The BlackBerry Storm is the first full touchscreen smartphone by RIM. Research in Motion (RIM) has made its mark in making great mobile devices for the business segment with its BlackBerry handsets. RIM’s signature work in most of its devices include a very dependable full qwerty keyboard and the push email technology that’s geared towards the corporate crowd.
It was then not surprising when RIM announced the BlackBerry Storm with a full touch screen interface — an arena that competing manufacturer Apple is making big waves with its iPhone. It was a move that RIM needed to do in order to slow down if not stop Apple’s attempt at eating away its long-dominated market.
The biggest challenge for the BlackBerry Storm when it shed the physical keys was the virtual keyboard. The screen itself is recessed so you need to press down on the display panel instead of just tap. Users familiar with other touch screen phones may find this mechanism a bit odd but for first timers, it only takes a little while to get used to (I still often forget to press down a bit harder every once in a while).
Only four physical buttons are found at the bottom of the display panel that’s dedicated to Send, End, Menu and Return. The virtual keyboard also rotates automatically in landscape mode when the device is positioned sideways.
The Storm sports a large 3.25-inch screen with a resolution of 480 x 360 pixels of up to 65,000 colors. The display delivers bright and crisp details especially when playing video and multimedia files in MPEG4 format. The user interface is very similar to other previous versions of the BlackBerry but the touch navigation becomes a bit frustrating especially when scrolling webpages.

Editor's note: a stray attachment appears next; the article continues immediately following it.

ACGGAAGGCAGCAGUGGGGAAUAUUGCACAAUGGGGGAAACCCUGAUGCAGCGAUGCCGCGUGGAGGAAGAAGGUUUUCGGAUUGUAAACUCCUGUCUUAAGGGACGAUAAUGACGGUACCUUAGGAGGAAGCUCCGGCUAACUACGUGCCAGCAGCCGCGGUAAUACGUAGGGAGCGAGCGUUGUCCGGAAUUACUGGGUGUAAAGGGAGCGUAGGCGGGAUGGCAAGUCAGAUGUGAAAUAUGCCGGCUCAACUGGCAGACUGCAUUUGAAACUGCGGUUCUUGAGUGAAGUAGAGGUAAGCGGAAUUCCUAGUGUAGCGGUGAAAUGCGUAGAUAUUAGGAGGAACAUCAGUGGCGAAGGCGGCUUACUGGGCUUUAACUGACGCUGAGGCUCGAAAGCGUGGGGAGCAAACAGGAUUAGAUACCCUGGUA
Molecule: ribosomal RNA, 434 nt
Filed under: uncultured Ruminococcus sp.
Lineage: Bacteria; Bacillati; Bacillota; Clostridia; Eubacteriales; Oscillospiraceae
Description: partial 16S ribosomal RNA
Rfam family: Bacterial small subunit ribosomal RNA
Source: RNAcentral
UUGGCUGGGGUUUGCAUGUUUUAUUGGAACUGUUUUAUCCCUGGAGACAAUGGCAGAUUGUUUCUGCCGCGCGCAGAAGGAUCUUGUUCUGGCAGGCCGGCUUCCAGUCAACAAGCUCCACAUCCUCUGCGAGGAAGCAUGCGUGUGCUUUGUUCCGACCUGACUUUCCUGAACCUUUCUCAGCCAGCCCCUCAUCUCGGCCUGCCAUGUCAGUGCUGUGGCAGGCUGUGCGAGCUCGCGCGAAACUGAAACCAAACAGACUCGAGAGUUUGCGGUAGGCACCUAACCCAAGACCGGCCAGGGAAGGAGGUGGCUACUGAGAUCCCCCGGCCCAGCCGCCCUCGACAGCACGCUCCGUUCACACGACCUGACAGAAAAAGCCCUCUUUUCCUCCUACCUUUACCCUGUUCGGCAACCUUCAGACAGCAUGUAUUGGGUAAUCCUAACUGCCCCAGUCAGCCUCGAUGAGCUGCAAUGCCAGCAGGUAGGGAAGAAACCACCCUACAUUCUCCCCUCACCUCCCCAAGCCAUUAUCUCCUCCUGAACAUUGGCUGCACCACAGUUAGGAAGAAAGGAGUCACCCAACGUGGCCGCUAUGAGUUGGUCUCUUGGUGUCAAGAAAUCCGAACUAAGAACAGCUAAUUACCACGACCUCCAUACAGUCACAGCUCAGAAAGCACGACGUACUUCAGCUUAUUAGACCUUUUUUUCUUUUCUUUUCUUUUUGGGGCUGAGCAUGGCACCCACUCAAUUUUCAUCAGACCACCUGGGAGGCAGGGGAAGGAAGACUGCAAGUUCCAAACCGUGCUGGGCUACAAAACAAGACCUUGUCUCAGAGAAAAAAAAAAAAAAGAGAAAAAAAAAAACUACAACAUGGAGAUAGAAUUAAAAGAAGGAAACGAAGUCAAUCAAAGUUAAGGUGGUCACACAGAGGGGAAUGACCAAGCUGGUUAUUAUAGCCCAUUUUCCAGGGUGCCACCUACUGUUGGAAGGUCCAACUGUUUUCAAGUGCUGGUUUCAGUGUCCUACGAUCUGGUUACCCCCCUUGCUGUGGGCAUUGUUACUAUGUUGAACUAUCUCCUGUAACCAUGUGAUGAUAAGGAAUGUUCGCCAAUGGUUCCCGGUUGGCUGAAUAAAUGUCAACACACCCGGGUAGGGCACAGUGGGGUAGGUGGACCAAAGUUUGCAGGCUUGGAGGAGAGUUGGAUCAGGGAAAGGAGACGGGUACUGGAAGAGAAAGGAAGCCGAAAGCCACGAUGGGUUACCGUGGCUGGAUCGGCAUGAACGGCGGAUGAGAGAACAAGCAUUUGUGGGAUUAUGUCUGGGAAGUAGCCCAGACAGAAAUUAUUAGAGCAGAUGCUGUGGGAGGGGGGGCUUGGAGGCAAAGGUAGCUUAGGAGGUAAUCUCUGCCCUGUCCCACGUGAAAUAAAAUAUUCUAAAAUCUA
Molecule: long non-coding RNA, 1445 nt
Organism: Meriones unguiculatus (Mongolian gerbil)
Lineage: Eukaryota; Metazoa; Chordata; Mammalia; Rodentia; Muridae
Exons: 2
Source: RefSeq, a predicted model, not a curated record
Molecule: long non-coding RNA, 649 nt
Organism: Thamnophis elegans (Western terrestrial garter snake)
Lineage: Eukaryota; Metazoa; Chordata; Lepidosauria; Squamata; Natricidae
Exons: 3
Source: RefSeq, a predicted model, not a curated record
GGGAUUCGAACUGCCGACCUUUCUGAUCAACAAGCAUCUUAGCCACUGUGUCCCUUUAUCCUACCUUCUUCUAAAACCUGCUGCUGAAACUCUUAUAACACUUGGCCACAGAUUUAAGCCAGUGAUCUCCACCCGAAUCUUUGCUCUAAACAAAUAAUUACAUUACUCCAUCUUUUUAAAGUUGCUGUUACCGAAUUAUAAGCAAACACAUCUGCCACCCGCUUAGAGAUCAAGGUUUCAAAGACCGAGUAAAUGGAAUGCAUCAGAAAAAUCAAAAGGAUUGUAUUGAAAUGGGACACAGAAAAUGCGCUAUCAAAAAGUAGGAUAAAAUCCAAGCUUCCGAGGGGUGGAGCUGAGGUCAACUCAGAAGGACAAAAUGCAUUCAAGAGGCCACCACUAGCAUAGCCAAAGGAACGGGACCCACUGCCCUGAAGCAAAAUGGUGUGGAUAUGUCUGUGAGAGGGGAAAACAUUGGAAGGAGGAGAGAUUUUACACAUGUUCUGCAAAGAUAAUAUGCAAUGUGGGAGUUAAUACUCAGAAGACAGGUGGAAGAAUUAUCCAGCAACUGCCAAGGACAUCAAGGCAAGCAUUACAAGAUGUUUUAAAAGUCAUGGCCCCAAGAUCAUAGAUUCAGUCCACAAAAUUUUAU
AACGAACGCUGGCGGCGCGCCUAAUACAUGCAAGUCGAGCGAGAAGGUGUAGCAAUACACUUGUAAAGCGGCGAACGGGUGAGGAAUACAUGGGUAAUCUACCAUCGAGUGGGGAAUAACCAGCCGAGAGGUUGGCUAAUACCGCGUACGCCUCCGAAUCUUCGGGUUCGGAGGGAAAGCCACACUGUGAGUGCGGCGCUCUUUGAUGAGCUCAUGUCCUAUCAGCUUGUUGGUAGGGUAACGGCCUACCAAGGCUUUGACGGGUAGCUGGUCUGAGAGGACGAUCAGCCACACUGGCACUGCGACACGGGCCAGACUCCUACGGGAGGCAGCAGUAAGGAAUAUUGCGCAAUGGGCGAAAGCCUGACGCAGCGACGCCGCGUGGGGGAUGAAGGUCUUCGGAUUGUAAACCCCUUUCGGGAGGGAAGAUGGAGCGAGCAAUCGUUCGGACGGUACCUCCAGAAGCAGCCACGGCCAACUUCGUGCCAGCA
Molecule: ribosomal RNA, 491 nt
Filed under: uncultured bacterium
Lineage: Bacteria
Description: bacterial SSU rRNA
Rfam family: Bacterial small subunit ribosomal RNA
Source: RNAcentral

For connectivity, the Storm is equipped with Bluetooth and 3G/HSDPA. RIM completely skipped WiFi functionality which could turn off a lot of data-heavy users expecting this feature to be there. As such, 3G (including GPRS) connectivity is practically essential as the BlackBerry relies on it for delivering push email. But as I said in the TV interview for QTube last week, the lack of WiFi is a deal-breaker.
The built-in autofocus camera is 3.2 megapixels with 2x digital zoom and coupled with a flash. It takes good pictures under decent lighting conditions although the shutter is a bit slow and could result to blurry images even with the flash activated. The handset has a 128MB flash memory and a 1GB internal storage that can be expanded to 16GB with an external microSD card.
The BlackBerry Storm has a 1400mAh battery with a capacity of 6 hours talktime and 15 days on standby. My experience with the push email set to “On” gave me about 2 days worth of usage. To maximize and use the push email functionality, the device requires a BlackBerry service subscription with a RIM partner telcos (both Smart and Globe offer BlackBerry Personal Plans).